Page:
In recent weeks I’ve come to realize a few things about being the adult. Sometimes the younger ones we’re raising up, teaching, discipling, are teaching and mentoring you…the adult, the teacher, the pastor…perhaps more than you’re impacting them.

About a month ago, when I was in Chicago, I had dinner with a young lady who was in the youth group I directed more than thirty-five years ago. I still refer to Cyndi as a young lady even though she is now in her mid-fifties! When we met for dinner we had not seen each other for about ten years, but it was like we had seen each other the day before. A three hour conversation ensued. It was delightful to talk about the past, the present, and the future; to hear what God has done in her life and the lives of her family, to hear of a special mission project that her ninth grade son has initiated that has taken off.

And in the midst of it I realized that Cyndi, and her friends Laura, Sue, George, Wave, and others had raised me up as a youth minister. They showed grace to me when I was trying to figure out how to communicate scriptural truth to adolescents. They gave me the freedom to laugh at myself for my moments of cluelessness. They stood beside me in times of lacking confidence, and showed me that there are different ways of looking at a relationship with Jesus besides the Baptist mindset, the only view I had ever experienced.

And perhaps most amazing, and deeply moving, was to hear that Cyndi had become a follower of Christ at a Young Life Camp in Colorado I took a van load of students to the summer I was on staff at her church. For some reason I hadn’t been aware of that. And now 37 years later I was blessed to discover the rest of her story.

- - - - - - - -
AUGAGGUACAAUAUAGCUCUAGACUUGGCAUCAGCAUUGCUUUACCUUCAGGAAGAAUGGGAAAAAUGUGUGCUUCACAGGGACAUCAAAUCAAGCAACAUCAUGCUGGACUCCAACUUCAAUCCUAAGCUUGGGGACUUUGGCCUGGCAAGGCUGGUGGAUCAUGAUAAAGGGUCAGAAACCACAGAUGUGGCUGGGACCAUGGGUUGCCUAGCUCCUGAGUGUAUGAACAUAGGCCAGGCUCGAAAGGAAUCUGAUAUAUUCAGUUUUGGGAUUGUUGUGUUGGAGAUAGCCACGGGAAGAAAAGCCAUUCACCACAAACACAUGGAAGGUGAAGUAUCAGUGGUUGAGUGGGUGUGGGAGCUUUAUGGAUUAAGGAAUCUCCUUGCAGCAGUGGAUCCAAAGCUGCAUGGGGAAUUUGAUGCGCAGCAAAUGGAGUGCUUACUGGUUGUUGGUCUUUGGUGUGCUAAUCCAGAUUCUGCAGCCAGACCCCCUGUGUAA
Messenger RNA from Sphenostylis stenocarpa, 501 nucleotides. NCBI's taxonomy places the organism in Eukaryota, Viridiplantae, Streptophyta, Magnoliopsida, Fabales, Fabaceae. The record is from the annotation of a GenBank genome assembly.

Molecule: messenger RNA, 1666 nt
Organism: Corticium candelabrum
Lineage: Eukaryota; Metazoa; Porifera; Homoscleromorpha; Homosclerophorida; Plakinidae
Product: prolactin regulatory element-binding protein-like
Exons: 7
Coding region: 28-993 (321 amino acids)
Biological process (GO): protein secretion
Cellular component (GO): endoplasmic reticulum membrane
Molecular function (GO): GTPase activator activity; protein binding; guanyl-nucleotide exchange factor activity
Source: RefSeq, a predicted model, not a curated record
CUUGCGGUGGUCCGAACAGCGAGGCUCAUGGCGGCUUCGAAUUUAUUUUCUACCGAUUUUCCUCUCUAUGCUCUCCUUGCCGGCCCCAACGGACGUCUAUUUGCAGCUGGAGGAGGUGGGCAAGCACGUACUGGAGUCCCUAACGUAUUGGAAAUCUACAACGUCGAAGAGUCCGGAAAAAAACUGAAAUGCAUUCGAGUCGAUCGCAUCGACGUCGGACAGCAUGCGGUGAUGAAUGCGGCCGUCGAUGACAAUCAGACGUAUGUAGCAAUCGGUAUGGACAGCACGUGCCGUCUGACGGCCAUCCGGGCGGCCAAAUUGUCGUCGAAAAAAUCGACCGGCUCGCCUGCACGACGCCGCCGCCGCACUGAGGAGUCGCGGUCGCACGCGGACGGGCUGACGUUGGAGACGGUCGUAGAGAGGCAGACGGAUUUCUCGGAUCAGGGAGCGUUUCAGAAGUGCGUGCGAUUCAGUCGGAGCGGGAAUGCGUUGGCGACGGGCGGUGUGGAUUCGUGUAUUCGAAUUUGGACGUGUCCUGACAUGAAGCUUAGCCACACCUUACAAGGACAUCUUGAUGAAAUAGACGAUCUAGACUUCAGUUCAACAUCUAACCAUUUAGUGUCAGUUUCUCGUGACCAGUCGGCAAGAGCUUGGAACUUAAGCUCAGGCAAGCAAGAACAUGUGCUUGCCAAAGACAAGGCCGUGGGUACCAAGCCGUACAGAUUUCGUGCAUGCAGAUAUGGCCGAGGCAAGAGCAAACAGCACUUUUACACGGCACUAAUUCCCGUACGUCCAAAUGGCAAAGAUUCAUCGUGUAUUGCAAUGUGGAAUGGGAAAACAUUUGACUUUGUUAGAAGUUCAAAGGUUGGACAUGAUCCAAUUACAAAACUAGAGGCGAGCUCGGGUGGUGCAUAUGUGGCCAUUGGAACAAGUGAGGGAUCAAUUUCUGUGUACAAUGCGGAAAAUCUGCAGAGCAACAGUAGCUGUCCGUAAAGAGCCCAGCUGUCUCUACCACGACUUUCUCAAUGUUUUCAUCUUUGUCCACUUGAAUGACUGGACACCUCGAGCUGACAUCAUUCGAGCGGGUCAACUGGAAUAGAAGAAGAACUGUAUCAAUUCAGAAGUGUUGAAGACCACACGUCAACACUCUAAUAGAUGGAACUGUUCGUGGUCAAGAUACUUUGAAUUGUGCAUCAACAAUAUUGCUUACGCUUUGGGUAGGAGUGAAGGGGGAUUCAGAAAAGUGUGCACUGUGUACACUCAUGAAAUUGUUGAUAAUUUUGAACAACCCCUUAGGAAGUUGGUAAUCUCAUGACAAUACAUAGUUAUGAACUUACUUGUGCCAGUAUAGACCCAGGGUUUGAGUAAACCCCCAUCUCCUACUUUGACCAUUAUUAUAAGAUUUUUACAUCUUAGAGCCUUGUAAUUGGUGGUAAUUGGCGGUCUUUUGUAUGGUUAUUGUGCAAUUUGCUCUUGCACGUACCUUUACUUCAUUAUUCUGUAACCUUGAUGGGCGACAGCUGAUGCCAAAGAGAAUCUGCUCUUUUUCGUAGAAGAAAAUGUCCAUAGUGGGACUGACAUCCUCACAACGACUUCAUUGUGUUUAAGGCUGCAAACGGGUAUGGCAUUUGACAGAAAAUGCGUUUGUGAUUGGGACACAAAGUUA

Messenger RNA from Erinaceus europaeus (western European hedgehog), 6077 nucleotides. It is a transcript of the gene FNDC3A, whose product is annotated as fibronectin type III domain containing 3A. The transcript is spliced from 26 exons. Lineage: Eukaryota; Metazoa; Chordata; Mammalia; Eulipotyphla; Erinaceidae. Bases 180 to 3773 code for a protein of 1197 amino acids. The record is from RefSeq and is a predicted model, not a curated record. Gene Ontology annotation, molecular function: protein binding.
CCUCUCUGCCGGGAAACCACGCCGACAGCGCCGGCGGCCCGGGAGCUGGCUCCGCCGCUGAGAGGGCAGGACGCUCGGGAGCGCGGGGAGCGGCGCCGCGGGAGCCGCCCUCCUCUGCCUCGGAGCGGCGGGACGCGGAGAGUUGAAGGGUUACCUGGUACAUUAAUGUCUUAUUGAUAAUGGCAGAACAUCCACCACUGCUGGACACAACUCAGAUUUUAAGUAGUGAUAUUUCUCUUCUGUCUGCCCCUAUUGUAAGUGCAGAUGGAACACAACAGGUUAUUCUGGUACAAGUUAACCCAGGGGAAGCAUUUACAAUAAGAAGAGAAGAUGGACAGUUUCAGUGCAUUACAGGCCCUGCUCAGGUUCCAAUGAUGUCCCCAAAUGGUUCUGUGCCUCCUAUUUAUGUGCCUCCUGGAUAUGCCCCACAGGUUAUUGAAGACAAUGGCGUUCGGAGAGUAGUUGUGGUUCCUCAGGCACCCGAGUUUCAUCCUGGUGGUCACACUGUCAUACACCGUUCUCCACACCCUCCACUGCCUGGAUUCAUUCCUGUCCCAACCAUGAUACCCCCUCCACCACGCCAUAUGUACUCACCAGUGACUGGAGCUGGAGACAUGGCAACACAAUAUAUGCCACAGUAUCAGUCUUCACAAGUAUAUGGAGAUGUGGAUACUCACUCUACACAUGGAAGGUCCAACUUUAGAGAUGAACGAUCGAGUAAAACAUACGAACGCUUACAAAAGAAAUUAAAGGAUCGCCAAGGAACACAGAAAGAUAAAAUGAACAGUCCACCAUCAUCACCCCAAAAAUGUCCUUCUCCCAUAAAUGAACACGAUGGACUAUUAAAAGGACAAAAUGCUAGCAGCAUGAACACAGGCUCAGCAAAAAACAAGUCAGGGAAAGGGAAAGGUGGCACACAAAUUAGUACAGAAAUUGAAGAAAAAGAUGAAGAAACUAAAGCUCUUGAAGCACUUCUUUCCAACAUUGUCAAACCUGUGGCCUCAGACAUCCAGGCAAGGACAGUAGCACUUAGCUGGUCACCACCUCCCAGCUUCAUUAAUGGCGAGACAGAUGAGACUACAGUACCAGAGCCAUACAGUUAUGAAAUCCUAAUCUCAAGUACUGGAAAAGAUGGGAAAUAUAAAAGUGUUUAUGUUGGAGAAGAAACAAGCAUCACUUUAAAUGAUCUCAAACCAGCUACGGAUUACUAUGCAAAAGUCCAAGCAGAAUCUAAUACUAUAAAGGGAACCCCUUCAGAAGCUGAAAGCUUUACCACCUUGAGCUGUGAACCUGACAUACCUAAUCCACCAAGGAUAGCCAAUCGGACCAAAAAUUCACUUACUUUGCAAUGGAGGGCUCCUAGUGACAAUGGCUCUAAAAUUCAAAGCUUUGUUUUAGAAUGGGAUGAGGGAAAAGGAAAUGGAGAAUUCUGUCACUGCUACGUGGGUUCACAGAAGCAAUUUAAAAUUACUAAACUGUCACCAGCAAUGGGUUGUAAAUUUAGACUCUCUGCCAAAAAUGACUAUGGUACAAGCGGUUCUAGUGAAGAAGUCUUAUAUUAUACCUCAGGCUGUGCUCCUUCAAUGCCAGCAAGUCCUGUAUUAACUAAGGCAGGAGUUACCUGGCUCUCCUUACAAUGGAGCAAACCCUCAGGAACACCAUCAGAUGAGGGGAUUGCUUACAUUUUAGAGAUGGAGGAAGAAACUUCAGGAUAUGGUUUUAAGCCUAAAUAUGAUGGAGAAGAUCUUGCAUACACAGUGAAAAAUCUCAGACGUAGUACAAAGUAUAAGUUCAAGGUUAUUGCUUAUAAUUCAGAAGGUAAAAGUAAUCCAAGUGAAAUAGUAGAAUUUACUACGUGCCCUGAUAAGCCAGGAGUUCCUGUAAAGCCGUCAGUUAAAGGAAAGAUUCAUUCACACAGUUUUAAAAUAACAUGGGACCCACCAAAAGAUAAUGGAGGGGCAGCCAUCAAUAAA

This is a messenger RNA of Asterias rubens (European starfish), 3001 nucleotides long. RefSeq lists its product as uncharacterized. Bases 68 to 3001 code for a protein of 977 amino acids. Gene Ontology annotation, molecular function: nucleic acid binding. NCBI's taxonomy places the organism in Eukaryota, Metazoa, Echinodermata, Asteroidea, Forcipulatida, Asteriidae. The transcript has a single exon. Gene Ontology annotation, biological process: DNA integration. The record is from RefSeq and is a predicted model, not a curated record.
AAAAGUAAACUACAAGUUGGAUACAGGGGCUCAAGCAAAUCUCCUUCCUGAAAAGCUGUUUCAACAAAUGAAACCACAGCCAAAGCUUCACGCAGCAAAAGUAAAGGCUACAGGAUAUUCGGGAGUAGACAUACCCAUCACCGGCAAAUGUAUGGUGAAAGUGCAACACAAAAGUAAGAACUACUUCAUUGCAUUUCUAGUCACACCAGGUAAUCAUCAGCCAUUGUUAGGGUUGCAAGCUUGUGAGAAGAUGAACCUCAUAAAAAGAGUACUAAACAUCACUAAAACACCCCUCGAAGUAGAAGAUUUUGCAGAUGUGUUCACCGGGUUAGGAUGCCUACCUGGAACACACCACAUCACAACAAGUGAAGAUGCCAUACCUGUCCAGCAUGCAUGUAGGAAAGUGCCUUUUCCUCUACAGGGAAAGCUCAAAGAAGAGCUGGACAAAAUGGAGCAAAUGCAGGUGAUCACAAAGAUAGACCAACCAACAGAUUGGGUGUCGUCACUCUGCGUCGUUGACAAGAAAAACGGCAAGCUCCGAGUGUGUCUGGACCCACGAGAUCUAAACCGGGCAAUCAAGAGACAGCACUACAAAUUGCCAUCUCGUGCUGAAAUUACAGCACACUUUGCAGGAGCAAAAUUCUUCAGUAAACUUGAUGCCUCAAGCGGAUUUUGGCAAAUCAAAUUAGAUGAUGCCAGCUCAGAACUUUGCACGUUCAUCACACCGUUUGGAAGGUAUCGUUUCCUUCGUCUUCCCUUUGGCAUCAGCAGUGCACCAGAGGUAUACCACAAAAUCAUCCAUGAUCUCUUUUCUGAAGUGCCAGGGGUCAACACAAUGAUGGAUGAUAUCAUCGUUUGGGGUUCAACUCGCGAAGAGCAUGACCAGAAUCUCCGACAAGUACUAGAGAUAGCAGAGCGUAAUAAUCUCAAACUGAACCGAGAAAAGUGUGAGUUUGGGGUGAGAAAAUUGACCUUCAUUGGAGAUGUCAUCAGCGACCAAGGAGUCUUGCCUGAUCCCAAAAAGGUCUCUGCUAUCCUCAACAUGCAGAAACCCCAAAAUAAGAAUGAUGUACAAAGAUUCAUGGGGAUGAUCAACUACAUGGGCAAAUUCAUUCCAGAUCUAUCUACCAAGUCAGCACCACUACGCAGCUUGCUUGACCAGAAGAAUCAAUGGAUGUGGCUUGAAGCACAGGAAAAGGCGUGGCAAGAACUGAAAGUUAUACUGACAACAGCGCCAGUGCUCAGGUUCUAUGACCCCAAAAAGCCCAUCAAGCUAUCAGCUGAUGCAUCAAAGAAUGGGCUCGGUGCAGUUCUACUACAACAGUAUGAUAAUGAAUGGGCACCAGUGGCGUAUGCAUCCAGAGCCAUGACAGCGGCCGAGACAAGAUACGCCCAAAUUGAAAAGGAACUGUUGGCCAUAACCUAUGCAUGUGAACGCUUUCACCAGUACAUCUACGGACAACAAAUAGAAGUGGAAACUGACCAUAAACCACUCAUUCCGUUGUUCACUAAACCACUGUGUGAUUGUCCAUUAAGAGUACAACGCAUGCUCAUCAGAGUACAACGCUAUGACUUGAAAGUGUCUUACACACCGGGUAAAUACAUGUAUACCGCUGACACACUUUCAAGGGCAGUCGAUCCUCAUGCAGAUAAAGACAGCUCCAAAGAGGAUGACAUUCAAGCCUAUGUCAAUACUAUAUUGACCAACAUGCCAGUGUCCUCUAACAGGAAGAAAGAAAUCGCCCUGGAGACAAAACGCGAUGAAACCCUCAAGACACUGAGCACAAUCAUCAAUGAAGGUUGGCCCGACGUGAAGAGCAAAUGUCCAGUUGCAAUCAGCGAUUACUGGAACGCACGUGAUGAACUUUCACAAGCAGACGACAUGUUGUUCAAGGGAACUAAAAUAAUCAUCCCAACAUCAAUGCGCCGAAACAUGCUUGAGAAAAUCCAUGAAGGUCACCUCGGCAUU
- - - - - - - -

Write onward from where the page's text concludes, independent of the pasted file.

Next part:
The students we mentor often becomes the students who mentor us.

Last week another of my former youth groups students, Deb Simpson Aldridge, went home to be with the Lord. She battled cancer, and cancer finally won, but her victory was assured even in the midst of death because of her faith in Christ. Deb was part of the first youth group I directed at First Baptist Church in Marseilles, Illinois. I had just graduated from Judson College in Elgin, Illinois, was going to start seminary that next fall, and was hired by the church to be the summer youth director. I had never had a youth position before…operated out of the experience of cluelessness! Deb and her sister Connie were two high school students in the youth group who accepted me right away. At my less-than-stellar bible study gatherings they would voice their thoughts and help me to keep going. There is nothing quite as disconcerting than to lead a group of students who sit there and look at you like you are speaking a foreign language. Deb would share something, or, in a loving sisterly way, tell Connie that what she just said was ridiculous.

Deb had a dry wit and humor that made our gatherings or road trips in the van experiences of laughter-laced fellowship. Anything I planned or suggested she would support. Think of it! A young guy right our of college with no experience could have been trampled to a ministry death by a youth group that saw him as an outsider to be neglected, but this youth group raised me up to proceed forward for a forty years of ministry. They could have killed me, but inside they mentored me.

Deb’s passing made me realize the effect she had on my life and my ministry.

Cyndi, Deb, Connie, Steve Landon, Shirl Streukens, Jon Daniels, the Epps Twins, Phil Girard, Jon Girard, Amy Anderson, Keri Anderson, John Chora, Brad Johnson, Tiffany Chora,Tony Lamouria…the list of student mentors for my life is long and deep.

A big part of how I see ministry…especially youth ministry…has been chiseled into my person by their hands.

And I am very, very blessed!